• Healthy laziness and delicious coffee. Laziness in the sense that laziness is a lot of routine that can be automated. This is correct, in our opinion. So, for example, we were finally lazy to write documents - we create them from EA. True, in some cases these are documents in accordance with GOST, and then we do it in two stages - first the “meat” from EA, and then our valiant technical writers turn it into GOST with VBA scripts. Well, coffee - without it, of course, you can, but where without it? We really love java.

    Oh yes, I almost forgot - I still need a friendly and enthusiastic team. Nowhere without it. We have just that.

    2.1.1. About discomfort

    For us, these were:

    • Different tools - we want one.
    • The lack of centralization in the system descriptions (I want to stop behaving like a protein that hid a nut somewhere and forgot where) is one storehouse for everything.
    • We do not have the absolute power to conduct a quick analysis of the impact - we want to know what will fall apart if we divide the component into two or that the change in the scenario of the system’s operation, etc.
    • Tired of writing documents - I want the “click” and the document to be.

    2.1.2. About metamodel

    In our opinion, consciously or unconsciously, almost any team of people involved in the process of creating something can tell about it: what it creates, what it consists of, how it works, etc. Maybe not very beautiful or connected, maybe with the "holes" in the presentation. But, nevertheless, it can. So is the case with the creation of an information system. At the top level, we all probably imagine that there are requirements - functional and some others, important and not very clear and blurry, there is something that shows the basic principles for translating these requirements - which blocks in the system, which basic technologies are used that the system surrounds, how all this is interconnected. There are details of requirements and implementation principles, a description of data structures, etc. All these basic parts and rules of communication between them we called the "metamodel".

    Our metamodel. Beauty!

    In our recipe, the metamodel is enough for the skater - we outline its contours and then look at each part in a bit more detail:

    • requirements
    • information system structure
    • staging
    • design.

    2.1.3. About language

    We cannot boast of long torments of choice, since we almost immediately chose UML as the most common option. Well, "rushed." Surely, one could use various combinations of different languages ​​and notations and, probably, we will come to this by choosing our own metamodel for each part, but for now we are happily spared both the pains of choice and the crossing of notations and languages.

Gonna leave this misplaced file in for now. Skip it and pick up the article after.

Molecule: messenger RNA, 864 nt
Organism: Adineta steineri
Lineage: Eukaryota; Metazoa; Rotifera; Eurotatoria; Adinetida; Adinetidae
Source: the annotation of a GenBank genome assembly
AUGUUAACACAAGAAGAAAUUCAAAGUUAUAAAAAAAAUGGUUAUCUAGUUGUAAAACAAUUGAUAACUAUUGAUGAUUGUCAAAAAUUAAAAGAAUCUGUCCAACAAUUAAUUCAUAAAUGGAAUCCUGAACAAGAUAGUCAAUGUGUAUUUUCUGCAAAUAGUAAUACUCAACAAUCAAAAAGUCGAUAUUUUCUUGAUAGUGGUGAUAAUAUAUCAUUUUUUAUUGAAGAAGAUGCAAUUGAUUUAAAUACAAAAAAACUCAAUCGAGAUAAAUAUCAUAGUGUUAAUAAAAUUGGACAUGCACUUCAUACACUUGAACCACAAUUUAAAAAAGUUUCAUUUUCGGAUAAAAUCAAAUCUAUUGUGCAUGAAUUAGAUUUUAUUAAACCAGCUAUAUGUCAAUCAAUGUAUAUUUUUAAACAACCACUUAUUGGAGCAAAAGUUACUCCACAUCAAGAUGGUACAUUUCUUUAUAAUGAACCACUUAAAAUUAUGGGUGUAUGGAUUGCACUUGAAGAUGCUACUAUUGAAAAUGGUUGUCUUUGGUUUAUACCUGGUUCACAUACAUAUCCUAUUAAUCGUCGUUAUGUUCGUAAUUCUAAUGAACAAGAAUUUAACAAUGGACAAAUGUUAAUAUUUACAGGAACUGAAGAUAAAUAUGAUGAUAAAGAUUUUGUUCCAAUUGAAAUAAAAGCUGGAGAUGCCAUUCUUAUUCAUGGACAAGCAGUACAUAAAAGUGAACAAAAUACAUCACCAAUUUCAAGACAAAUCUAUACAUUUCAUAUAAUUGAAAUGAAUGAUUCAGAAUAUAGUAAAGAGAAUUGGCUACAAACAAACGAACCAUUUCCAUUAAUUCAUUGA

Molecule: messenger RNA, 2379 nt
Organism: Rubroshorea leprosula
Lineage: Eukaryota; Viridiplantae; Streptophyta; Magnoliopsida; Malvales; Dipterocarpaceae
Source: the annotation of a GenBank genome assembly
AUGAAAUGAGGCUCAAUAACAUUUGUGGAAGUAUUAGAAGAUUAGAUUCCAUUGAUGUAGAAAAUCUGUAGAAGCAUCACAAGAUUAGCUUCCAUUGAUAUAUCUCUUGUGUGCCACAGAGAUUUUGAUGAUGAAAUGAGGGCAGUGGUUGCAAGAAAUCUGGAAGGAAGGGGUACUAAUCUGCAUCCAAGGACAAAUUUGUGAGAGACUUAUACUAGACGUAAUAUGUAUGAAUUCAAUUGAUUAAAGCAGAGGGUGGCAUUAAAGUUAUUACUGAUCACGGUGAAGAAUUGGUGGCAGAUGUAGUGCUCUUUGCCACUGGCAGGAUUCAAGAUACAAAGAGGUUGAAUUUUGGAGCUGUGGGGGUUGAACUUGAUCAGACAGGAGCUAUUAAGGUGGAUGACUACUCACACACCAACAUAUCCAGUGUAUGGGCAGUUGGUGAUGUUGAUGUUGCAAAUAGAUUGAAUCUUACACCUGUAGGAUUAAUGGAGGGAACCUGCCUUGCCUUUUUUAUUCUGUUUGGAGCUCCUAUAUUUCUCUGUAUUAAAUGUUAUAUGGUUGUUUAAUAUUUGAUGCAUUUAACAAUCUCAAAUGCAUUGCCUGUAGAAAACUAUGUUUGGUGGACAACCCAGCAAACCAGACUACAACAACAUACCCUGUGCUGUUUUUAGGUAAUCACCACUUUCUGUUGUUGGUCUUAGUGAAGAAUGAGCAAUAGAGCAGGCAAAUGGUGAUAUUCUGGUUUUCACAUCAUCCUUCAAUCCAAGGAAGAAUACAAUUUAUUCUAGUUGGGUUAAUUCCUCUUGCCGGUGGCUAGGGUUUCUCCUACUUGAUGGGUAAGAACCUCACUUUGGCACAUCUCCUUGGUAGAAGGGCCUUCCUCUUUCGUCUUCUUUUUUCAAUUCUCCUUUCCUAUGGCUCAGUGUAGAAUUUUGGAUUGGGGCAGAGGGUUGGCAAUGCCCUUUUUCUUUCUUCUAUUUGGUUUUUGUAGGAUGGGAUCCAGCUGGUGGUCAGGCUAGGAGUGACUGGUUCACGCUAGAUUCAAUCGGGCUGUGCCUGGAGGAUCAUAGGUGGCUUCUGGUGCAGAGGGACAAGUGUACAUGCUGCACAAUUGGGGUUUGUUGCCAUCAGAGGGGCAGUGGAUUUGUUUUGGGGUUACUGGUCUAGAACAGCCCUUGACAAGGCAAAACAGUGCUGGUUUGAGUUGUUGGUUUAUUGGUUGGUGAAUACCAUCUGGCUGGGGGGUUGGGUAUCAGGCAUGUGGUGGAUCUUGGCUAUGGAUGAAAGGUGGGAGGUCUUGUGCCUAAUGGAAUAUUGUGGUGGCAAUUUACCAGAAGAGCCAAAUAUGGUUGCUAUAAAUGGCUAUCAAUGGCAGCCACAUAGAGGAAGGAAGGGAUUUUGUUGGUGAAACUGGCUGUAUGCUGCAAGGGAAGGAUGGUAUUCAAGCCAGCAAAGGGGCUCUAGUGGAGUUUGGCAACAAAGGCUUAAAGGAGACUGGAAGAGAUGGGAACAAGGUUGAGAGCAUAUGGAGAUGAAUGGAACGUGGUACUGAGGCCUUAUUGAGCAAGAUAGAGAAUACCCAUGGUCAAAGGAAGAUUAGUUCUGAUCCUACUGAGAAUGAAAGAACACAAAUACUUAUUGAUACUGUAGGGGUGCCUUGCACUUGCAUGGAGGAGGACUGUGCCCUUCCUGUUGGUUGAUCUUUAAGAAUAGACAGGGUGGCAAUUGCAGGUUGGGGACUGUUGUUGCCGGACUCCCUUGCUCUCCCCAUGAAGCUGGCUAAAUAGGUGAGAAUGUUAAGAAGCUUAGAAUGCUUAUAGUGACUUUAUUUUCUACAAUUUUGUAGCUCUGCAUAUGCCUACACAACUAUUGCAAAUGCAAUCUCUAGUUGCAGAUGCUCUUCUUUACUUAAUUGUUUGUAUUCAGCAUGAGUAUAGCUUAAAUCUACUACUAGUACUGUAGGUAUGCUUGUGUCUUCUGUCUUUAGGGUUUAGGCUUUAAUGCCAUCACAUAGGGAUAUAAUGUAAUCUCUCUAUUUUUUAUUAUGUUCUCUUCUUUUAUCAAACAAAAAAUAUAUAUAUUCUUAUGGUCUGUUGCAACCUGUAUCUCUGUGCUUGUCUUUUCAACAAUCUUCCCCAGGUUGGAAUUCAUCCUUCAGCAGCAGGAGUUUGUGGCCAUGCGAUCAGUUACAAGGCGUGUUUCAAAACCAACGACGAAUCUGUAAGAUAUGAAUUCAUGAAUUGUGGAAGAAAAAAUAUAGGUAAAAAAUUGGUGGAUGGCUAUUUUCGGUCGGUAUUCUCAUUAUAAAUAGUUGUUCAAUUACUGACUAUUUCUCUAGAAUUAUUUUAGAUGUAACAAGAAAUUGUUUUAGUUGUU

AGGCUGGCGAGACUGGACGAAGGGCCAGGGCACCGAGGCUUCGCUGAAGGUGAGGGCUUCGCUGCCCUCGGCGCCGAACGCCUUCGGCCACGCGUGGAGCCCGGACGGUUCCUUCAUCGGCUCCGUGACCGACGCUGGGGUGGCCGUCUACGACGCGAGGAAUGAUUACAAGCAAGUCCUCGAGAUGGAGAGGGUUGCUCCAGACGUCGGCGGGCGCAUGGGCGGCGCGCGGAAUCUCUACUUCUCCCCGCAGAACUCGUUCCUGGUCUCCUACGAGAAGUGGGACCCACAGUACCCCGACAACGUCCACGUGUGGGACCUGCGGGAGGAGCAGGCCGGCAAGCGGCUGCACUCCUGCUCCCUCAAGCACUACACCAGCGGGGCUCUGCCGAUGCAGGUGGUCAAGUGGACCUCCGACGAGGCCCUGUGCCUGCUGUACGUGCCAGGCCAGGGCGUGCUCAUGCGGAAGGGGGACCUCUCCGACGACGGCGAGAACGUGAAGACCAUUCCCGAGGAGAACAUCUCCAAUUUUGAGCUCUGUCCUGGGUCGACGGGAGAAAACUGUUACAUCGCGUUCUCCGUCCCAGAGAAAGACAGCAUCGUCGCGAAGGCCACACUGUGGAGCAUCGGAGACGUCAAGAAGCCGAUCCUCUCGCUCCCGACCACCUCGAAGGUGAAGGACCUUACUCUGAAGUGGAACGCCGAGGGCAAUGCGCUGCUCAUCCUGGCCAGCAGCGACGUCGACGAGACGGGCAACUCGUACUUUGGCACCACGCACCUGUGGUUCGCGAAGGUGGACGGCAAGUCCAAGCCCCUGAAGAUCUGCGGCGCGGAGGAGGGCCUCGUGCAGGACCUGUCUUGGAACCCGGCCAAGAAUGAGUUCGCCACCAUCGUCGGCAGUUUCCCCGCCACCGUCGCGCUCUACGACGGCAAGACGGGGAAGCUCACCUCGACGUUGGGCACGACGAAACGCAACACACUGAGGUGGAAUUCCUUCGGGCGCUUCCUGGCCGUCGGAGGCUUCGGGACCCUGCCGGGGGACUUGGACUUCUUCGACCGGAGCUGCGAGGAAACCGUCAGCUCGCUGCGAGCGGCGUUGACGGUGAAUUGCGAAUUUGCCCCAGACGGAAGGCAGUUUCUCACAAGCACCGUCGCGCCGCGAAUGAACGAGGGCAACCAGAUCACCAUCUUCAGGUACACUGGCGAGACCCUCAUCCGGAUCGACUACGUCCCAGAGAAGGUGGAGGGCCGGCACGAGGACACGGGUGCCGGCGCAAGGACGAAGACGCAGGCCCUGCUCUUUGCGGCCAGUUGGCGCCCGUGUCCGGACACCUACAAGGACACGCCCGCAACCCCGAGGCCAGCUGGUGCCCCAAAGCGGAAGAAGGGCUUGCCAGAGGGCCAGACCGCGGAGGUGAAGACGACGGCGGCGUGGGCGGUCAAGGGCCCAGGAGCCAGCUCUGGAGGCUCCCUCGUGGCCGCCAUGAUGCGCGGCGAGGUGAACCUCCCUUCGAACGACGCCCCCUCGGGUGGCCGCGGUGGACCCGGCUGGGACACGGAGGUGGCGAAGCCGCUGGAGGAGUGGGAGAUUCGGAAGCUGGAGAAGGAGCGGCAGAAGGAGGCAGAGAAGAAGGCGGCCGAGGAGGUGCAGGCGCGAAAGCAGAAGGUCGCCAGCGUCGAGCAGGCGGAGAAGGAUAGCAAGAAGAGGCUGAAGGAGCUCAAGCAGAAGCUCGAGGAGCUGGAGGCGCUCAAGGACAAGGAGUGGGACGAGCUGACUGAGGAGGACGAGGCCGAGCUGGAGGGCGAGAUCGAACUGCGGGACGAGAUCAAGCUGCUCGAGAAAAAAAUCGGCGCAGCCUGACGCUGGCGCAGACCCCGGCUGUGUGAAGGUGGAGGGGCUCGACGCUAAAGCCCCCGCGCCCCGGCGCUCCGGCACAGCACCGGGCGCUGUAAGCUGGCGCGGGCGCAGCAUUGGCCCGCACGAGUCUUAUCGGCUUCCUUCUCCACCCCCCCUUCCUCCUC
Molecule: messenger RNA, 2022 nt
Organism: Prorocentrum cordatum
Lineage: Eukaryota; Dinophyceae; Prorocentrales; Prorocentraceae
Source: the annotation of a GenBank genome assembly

2.1.4. About Enterprise Architect Knowledge

    There was no knowledge at the very beginning. In the sense, of course, there were, but fragmented, about how to work alone or how to create simple documents. In general, looking back, you are amazed at our dementia and the courage of self-confidence and the speed of learning. Since then, plunging more and more into the abysses of Enterprise Architect, we still discover new horizons. Now we own the following aspects: work with the EA project and elements, versioning, access control, document generation.

    2.2. Cooking

    So, we have discomfort, metamodel, formal language, Enterprise Architect knowledge, friendly team, laziness, coffee, patience and flexibility.
    Now you need to take EA, create a project in it, create a structure according to our metamodel and start making elements and connections.
    We try - we look at the result, evaluate - we liked it, apply it further. I didn’t like it - we correct the metamodel, update the elements, connections and so on until we cook it.

    How to understand what did not like? You do not like it, you are even more uncomfortable, you do not feel the benefit. Somehow very banal and vague, right? You are absolutely right, dear readers. But it’s difficult to propose some very clear and strict criteria for the general case, and probably it’s not necessary. But we, of course, will share our experience.

    2.2.1. About the project (which is in EA)

    A project in Enterprise Architect consists of a set of root packages.

    In turn, each root package may contain other packages. And every ordinary package includes elements (here elements are EA elements) and diagrams.
    Root directories can be located locally in the EAP file, or they can be located centrally in the database. In addition, each package can be saved as xml to the repository of the version control system.

    We could not cope with the storage of the project in the database. At first it was cool - the changes were reflected in everyone, but after some time we started to make mistakes, some strange situations with the disappearance of elements, etc. As a result, we spat it to treat and forgot for a while. But we pulled the version control system and screwed SVN.

    Project in Enterprise Architect

    In the most primitive version, you can create the main parts of your metamodel as root packages or first-level packages and get a structure for storing model elements and the relationships between them. In our example, it’s a bit more complicated, because some of these parts are spread out on the packages of the first level. But in general, the principle is traceable. In addition, by “screwing” SVN we got the opportunity to work with branches and releases and access control according to the principle of “one package - one owner”.